Women Entrepreneurs Debunk Sustainable Business Myths


by Claudia Nikolova


Sustainability has become a true buzz word in recent years.”


Sustainability has become a true buzzword in recent years. Even large corporations with foundations well built on traditional (read unsustainable) practices have started to proclaim themselves green. Instead of greenwashing, they’re brainwashing consumers.

However, that doesn’t mean sustainability is the wrong path to take. We had the chance to talk to four incredible women entrepreneurs running revolutionary conscious fashion brands: Sabinna, Flair Atelier, Fabric for Freedom, and Conscious House London. Each of them spoke openly about their experience with sustainability. And all of them agreed there are certain myths that hurt the reputation of green businesses.


Sustainability is budget-friendly

One thing is for sure: certificates cost a lot. Small companies can hardly afford them. The owner can go above and beyond to make the supply chain sustainable but without the certificates, it’s virtually pointless. Additionally, the initial costs for eco-friendly technology and materials are higher compared to non-green alternatives.

Nonetheless, research shows that ROI is also higher. All things considered, it’s expensive to find a sustainable business but once you survive the critical period benefits will start to show.


Your business can be 100% sustainable

As one of the ladies put it “You have to choose your battles.” In order to stay open and profitable you have to play the sustainability cards wisely. Fairness of labor, CO2 pollution, equality, plastic pollution, transparency, etc. – you can’t win them all. You must prioritize depending on your brand identity, mission, budget, and goals.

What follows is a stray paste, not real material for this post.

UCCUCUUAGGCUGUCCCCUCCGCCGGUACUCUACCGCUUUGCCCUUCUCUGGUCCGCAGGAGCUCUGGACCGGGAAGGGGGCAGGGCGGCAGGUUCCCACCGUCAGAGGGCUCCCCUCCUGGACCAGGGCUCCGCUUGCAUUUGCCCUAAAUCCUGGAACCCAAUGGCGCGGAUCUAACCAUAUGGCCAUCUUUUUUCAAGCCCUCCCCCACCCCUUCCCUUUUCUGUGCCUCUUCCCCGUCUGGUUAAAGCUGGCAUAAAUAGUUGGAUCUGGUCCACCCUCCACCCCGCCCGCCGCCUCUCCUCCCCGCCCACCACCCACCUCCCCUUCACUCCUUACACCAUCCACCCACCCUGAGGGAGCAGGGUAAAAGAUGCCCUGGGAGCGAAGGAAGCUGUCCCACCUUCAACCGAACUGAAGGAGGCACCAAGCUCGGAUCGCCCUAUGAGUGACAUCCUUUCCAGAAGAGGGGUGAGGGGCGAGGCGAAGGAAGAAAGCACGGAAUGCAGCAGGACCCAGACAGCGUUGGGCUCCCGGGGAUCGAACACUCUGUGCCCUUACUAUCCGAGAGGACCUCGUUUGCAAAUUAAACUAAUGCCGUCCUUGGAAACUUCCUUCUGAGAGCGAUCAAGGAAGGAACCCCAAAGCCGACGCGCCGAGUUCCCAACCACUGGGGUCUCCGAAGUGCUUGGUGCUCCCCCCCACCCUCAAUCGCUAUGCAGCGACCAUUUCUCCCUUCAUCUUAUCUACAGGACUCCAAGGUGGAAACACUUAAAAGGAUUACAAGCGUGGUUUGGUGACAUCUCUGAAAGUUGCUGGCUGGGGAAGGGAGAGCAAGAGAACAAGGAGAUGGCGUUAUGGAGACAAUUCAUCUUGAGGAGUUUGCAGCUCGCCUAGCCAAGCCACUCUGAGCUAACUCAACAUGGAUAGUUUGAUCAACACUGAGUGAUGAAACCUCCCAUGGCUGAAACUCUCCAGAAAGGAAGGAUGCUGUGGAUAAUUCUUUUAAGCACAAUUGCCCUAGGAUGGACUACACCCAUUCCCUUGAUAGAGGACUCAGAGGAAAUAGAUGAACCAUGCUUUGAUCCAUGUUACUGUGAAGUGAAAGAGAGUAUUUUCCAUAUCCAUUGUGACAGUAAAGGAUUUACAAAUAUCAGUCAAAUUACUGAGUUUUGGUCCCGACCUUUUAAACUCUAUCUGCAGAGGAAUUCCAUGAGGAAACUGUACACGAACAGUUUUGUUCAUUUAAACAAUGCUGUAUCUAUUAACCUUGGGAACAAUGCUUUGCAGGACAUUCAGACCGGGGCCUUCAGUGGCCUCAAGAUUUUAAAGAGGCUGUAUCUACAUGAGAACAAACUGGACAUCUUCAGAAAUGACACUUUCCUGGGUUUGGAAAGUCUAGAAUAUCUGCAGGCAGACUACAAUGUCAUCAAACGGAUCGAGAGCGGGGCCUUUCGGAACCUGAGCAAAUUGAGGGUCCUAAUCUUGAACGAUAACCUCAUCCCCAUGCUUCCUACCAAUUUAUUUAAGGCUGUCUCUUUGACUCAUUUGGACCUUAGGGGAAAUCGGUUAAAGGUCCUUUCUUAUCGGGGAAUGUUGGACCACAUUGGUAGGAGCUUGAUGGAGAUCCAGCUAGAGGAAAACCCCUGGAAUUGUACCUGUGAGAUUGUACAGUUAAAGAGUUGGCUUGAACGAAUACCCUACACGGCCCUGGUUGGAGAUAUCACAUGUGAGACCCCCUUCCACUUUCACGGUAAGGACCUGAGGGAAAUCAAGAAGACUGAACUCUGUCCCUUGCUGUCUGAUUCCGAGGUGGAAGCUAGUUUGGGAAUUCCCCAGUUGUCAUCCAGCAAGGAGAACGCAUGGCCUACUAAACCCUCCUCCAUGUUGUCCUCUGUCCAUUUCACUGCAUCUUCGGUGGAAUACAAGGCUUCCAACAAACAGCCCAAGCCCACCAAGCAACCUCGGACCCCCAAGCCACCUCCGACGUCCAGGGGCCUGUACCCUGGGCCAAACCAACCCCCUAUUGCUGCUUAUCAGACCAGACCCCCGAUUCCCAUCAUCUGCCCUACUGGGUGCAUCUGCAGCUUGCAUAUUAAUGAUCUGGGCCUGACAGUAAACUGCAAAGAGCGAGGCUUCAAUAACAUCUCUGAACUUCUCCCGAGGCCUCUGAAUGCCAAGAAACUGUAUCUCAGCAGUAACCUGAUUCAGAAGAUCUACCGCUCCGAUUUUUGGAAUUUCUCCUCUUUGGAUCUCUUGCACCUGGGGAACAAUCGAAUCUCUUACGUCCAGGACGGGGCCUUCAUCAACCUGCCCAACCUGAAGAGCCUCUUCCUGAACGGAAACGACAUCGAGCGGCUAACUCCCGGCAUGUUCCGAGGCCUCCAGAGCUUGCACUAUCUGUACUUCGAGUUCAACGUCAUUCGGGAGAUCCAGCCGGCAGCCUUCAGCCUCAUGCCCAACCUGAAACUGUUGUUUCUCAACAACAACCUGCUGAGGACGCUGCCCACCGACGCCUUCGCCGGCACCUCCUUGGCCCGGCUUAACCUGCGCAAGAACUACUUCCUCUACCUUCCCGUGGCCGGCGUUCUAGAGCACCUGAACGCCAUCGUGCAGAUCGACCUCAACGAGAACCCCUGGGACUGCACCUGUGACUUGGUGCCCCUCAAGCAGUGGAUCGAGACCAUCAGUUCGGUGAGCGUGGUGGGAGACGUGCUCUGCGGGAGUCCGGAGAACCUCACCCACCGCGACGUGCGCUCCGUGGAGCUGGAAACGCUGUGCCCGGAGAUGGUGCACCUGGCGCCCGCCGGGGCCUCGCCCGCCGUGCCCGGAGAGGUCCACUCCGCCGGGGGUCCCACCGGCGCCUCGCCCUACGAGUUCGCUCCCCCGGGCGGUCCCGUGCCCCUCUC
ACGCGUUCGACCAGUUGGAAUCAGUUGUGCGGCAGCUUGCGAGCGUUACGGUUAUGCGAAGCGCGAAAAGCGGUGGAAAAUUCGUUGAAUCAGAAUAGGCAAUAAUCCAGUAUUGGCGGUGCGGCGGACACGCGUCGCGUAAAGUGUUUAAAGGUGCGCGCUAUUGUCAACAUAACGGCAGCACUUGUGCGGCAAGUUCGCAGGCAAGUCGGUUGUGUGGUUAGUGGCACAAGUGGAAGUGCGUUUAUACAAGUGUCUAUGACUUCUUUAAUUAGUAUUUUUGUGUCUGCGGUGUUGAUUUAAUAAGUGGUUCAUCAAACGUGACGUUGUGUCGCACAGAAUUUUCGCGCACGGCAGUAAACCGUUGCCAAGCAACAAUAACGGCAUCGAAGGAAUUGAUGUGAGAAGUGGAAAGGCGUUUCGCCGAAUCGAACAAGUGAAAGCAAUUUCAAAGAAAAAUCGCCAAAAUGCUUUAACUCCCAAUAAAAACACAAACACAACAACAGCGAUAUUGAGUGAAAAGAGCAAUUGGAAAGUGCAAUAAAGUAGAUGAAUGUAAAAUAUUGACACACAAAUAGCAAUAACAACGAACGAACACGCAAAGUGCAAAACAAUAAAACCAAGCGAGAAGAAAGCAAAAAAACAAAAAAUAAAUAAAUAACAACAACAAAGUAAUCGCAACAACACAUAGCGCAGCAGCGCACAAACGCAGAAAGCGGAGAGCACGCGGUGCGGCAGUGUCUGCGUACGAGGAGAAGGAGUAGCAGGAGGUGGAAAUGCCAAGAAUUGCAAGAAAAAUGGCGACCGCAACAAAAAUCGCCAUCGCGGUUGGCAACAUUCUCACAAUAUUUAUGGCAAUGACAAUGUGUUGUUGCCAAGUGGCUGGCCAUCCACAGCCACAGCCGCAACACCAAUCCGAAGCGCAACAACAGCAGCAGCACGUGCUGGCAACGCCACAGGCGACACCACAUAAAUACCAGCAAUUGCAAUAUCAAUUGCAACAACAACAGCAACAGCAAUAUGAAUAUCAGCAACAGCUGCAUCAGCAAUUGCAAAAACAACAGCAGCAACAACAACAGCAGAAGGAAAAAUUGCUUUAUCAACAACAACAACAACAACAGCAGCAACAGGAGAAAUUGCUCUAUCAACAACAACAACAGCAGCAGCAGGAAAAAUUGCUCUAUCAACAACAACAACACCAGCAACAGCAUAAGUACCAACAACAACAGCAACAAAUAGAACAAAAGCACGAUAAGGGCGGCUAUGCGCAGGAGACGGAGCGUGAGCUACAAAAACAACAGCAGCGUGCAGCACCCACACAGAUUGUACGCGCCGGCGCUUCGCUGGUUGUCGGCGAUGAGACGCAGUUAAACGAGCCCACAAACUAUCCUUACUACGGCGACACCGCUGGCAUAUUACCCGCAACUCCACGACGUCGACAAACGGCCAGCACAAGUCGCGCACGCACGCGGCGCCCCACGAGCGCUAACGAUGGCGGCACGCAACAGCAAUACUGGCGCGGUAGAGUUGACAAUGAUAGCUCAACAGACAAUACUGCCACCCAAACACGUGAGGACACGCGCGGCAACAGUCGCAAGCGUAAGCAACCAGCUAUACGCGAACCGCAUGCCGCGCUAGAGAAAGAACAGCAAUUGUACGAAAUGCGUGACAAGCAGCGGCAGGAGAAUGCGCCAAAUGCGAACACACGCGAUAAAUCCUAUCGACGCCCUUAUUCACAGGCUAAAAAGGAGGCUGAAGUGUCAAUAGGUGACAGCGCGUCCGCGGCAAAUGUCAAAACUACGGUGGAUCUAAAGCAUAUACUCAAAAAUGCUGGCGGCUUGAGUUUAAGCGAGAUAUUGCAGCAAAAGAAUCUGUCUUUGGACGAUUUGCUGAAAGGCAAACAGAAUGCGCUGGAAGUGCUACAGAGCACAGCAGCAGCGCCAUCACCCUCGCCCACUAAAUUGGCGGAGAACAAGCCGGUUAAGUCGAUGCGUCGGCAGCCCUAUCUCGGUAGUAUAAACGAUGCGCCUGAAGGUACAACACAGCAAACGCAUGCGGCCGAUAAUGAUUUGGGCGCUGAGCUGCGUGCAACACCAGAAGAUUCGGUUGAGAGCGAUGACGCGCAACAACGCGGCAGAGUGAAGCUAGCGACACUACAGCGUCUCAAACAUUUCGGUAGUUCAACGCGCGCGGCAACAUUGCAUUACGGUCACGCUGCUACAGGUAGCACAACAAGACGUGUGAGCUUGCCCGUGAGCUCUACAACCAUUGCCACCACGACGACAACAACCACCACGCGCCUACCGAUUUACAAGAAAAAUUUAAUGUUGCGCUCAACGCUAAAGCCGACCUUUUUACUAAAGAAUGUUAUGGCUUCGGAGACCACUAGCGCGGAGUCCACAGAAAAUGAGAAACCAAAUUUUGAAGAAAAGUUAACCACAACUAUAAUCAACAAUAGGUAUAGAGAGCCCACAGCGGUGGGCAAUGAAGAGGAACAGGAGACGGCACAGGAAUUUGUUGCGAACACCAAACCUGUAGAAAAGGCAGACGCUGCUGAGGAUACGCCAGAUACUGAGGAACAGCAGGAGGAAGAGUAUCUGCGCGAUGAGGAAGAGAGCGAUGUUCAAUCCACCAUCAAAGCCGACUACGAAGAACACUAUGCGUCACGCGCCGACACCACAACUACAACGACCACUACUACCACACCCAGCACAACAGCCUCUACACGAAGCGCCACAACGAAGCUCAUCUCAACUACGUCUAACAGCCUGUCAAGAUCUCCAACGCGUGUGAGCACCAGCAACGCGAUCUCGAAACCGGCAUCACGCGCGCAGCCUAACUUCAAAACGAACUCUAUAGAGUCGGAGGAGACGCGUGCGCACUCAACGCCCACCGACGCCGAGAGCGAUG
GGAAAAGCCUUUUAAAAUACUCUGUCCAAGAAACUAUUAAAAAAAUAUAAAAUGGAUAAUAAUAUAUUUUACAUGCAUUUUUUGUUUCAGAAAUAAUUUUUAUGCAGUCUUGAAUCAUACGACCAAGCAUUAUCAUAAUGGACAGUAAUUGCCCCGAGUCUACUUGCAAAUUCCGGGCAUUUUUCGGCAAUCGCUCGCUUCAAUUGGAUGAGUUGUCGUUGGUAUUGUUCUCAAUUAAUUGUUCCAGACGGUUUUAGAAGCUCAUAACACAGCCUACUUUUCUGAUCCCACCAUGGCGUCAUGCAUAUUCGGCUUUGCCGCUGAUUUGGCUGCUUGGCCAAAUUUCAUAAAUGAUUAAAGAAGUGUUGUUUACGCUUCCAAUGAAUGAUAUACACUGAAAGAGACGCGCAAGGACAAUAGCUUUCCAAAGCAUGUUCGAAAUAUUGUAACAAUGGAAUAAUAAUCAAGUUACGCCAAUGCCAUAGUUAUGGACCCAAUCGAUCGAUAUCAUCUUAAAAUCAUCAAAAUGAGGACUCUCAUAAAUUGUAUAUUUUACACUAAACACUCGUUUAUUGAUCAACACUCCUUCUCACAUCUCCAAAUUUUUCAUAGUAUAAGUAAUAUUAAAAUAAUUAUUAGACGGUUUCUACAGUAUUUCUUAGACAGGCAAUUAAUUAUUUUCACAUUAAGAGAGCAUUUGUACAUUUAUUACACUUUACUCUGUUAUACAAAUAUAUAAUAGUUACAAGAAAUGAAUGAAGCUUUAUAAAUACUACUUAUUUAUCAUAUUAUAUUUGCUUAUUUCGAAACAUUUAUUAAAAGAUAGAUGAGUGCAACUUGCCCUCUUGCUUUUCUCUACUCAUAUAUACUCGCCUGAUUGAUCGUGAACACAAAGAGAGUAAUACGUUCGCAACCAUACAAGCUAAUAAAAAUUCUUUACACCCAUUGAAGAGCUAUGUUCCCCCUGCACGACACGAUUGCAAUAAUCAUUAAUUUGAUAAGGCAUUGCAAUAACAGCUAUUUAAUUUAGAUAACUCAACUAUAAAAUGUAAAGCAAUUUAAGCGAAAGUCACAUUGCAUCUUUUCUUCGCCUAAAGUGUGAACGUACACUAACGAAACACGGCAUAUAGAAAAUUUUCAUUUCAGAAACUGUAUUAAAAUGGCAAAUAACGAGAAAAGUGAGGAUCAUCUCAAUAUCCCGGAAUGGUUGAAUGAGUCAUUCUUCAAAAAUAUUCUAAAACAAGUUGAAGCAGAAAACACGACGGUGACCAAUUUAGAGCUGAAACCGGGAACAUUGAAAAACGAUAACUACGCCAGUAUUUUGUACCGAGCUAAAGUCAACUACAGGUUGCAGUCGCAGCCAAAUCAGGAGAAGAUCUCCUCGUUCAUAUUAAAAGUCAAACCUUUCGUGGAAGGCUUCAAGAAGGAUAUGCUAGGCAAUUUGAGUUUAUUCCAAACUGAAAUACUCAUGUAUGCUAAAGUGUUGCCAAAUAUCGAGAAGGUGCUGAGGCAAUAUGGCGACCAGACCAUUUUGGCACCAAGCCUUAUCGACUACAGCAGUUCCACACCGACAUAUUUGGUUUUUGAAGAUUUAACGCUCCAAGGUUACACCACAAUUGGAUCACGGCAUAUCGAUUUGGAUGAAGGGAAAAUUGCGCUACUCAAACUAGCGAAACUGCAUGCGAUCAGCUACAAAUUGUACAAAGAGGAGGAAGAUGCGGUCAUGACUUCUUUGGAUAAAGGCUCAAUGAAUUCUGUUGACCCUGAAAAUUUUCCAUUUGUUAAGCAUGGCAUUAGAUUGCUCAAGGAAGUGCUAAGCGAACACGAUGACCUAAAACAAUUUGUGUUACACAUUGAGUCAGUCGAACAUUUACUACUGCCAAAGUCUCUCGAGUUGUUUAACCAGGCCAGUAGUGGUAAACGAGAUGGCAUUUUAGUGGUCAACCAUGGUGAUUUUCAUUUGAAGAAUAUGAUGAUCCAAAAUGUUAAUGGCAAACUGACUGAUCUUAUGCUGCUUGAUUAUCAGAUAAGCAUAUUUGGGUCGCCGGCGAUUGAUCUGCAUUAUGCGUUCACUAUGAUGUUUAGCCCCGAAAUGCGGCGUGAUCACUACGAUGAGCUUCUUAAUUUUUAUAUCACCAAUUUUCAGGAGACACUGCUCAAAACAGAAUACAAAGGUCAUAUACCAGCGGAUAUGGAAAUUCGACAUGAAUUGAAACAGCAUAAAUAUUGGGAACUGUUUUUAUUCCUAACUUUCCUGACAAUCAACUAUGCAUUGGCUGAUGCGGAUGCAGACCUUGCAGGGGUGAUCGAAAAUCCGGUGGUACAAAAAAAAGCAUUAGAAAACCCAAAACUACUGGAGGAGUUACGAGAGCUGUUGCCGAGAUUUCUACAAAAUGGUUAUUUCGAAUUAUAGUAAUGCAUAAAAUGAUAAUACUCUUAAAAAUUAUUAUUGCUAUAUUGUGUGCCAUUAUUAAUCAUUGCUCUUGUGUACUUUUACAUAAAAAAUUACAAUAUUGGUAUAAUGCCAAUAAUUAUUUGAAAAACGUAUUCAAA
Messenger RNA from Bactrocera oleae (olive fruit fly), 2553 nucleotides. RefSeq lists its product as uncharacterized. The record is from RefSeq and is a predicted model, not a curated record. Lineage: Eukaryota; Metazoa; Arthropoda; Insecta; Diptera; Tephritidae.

Businesses claiming to be completely green and ethical are simply deluding their customers and the public. It’s not rare that sustainability is used for marketing purposes.


Vegan fashion is sustainable

Sabinna’s founder, a vegan, declared she’d rather wear leather than vegan clothes. We know how vegans are hard-core in their beliefs so when a vegan admits that vegan fashion is bad for the environment, you have to take it seriously. The main problem lies in fabrics used for production, which are often non-biodegradable. Even when fabrics are plant-based, the means and methods for their production are rarely environmentally friendly or ethical.

Each myth can be an article in itself. Would you like to learn more about debunking sustainable business myths? Let us know in the comments below!




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